You do become used to it, though when I was diagnosed with Coeliac [disease] I was told adapting would be hard and it was – gluten is found in so many products. The food I received on prescription was equivalent in taste to polystyrene, and in 2003 trying to find gluten-free food in supermarkets was almost impossible.
What made things even worse was that during my religious label checking I’d often find that if something didn’t seem to contain gluten, it was also labelled as not suitable for those with a nut allergy. So what could I actually eat? I found it was best to stick to simple, plain foods like potatoes and rice, vegetables and meat. I would use recipes for normal meals, but make certain swaps needed to make it allergy-friendly.
Eating out is a completely different experience. At least with food shopping your life is proportionally within your own hands. Eating out means putting it into someone else’s hands and I’ve had a range of awful experiences there.
On a trip away with my mum, we ate in our hotel restaurant and notified the waitress of my allergies as we were seated, and then again prior to ordering each dish – so we knew that everything was suitable for me to eat. As I was eating dessert (Eton Mess) I noticed something extra crunchy and quickly realised it wasn’t meringue. Yes, it was biscuit. After speaking to the Chef we learned that our waitress hadn’t actually communicated my allergies to the kitchen, and the Chef had experimentally crumbled the biscuit into the dessert. And do you what we were then told? ‘It’s only a little bit of gluten.’
When I was at university I worked in a bar, and after a long shift my colleagues decided to go for an Indian. Silently I was terrified, as I know that nut oils are often used in Indian dishes and there may be a risk of cross-contamination, but I decided to go and just not eat. The waiter asked me why I wasn’t eating and after I explained my allergies he said that he would be able to give me some food that was safe for me to eat.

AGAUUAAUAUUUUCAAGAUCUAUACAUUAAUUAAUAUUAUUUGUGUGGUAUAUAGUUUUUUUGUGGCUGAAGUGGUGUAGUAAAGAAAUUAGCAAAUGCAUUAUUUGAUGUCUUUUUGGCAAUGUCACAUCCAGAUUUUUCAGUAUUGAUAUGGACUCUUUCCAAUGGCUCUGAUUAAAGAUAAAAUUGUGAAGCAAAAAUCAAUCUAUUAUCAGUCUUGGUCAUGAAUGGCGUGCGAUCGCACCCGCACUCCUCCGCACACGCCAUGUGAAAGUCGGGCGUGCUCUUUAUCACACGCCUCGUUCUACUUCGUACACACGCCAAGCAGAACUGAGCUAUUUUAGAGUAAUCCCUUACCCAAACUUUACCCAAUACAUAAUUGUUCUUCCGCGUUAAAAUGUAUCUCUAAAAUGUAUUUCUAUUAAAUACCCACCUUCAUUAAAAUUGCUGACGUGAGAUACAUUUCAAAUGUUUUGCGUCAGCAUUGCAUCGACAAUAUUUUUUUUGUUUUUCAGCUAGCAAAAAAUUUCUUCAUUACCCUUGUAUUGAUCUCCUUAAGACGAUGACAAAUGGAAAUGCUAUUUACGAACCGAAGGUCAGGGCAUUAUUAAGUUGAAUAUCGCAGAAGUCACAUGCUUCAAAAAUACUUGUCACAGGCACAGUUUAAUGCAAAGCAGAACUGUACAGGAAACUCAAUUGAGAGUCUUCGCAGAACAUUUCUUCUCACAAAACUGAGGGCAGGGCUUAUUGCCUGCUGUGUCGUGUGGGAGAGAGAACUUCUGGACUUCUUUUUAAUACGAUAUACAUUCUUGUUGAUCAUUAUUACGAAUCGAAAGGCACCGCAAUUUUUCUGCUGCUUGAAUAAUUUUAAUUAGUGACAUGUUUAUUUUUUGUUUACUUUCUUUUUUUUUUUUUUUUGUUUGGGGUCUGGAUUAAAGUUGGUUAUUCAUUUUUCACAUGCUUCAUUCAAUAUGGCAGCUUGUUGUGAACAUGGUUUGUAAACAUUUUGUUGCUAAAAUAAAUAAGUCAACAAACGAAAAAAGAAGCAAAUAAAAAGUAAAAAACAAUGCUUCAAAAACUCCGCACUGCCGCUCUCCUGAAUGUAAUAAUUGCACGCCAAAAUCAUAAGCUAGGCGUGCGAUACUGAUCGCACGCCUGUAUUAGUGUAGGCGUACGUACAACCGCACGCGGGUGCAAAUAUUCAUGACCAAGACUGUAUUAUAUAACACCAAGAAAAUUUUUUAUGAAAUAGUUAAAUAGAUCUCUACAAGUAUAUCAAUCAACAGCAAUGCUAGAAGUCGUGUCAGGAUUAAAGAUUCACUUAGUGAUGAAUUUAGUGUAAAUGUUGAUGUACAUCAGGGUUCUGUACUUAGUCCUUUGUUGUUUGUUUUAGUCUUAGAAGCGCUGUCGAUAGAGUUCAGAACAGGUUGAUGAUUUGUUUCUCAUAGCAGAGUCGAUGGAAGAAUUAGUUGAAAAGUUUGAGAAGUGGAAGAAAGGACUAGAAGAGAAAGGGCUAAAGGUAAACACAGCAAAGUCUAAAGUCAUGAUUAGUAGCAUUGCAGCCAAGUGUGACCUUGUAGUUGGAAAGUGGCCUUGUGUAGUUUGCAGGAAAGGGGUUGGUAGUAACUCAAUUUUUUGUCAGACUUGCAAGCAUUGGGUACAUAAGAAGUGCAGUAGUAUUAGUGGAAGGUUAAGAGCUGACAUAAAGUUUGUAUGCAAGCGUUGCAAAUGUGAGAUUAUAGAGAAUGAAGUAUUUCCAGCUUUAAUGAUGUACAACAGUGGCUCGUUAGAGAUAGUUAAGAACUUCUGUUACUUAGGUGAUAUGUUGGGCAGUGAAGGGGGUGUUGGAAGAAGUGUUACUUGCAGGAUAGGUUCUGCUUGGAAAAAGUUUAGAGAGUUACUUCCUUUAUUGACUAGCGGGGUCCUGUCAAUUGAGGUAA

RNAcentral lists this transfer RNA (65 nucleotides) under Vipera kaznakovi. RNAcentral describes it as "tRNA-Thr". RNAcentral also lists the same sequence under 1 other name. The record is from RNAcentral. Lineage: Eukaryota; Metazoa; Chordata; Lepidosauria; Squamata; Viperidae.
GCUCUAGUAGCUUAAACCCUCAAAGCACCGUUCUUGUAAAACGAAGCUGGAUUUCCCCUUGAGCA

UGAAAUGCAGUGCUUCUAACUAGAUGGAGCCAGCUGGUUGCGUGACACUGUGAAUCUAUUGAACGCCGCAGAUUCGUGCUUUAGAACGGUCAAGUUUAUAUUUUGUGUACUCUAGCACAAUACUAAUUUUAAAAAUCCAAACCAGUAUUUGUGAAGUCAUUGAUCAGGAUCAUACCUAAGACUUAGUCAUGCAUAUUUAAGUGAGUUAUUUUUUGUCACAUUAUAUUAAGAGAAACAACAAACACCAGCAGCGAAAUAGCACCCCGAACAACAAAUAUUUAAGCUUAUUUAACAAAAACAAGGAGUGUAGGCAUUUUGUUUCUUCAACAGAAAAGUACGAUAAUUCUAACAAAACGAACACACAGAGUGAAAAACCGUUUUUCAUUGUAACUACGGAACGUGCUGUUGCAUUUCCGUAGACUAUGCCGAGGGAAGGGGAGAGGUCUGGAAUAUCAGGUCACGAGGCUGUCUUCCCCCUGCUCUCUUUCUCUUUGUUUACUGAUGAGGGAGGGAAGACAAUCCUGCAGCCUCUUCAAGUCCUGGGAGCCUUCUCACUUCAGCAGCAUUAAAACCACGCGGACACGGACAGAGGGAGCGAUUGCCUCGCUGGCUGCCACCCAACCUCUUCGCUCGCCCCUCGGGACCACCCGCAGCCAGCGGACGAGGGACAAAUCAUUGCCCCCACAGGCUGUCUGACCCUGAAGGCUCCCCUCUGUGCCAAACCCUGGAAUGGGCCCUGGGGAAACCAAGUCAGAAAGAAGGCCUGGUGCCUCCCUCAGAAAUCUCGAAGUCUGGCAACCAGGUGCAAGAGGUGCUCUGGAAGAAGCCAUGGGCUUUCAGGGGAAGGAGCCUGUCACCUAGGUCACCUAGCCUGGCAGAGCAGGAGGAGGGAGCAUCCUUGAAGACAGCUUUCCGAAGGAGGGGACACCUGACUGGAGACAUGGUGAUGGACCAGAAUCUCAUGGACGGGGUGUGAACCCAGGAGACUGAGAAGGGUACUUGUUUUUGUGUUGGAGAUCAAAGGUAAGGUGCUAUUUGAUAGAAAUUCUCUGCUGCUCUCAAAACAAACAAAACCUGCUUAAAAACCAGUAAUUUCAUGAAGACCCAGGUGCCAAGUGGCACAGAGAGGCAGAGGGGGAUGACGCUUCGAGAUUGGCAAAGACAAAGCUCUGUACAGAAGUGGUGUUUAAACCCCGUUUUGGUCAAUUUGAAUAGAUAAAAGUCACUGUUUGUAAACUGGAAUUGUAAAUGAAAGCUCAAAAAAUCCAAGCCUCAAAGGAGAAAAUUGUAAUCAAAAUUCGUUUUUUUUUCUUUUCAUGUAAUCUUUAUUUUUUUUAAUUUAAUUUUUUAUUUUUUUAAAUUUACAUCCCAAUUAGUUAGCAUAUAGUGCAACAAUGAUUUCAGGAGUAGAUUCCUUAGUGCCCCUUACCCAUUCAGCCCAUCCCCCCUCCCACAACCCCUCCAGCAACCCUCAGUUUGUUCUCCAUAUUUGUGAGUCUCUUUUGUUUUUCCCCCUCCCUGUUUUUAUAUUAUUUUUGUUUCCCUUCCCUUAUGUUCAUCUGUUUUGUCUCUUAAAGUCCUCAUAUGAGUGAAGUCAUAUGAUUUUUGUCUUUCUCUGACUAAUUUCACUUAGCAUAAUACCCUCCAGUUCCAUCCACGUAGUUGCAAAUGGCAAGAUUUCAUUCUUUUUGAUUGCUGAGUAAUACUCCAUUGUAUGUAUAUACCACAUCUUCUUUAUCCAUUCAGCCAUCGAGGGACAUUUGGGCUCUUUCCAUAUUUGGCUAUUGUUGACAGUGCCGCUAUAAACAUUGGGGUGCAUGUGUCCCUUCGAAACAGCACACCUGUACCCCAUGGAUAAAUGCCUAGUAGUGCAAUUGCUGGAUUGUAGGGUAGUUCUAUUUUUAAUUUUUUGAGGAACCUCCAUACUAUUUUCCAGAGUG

So I picked my dishes, double checked they were suitable and reiterated how severe my allergies were. About a minute into eating I could feel my mouth tingling and my throat swelling. I felt so sick, and ran to the toilet in panic. My friend followed me and I explained what was happening, he called an ambulance, and I ended up in hospital for the night due to nuts being in my food.
These aren’t the only 2 incidents I have had from eating out, there have been more, and it makes it a scary experience. You live in the fear that you might react to something every time you eat if your allergy isn’t understood properly.
> It’s scary how some establishments have such lack of consideration and empathy towards allergy sufferers. Holding the attitude that ‘it’s only a little bit of gluten, it won’t hurt you’ can be literally fatal for someone with a severe allergy. Even if it’s the most minuscule amount. For me personally (and I imagine many other allergy sufferers) one of my favourite things to do is to go out, socialise and enjoy delicious food with friends and loved ones.
It can be quite difficult with an allergy – you can’t just order whatever you want, it requires prior research, lots of communication and hoping that the person on the other side understands and has knowledge of allergens. But despite some truly negative experiences, there have been some brilliant places that I have been to where I have felt cared for and understood.
And later in my Diaries series I’ll be delving a little more into these good experiences and what other foodservice businesses can learn from them, as well how allergens have become more prevalent, the rise of free-from brands, and the tools that hospitality companies can use to make sure they’re always on the right side when it comes to managing allergies.”
Next time on Victoria’s Allergy Diaries: Victoria tells us how the food landscape has changed as she has grown up, and discusses some more of her experiences when eating out.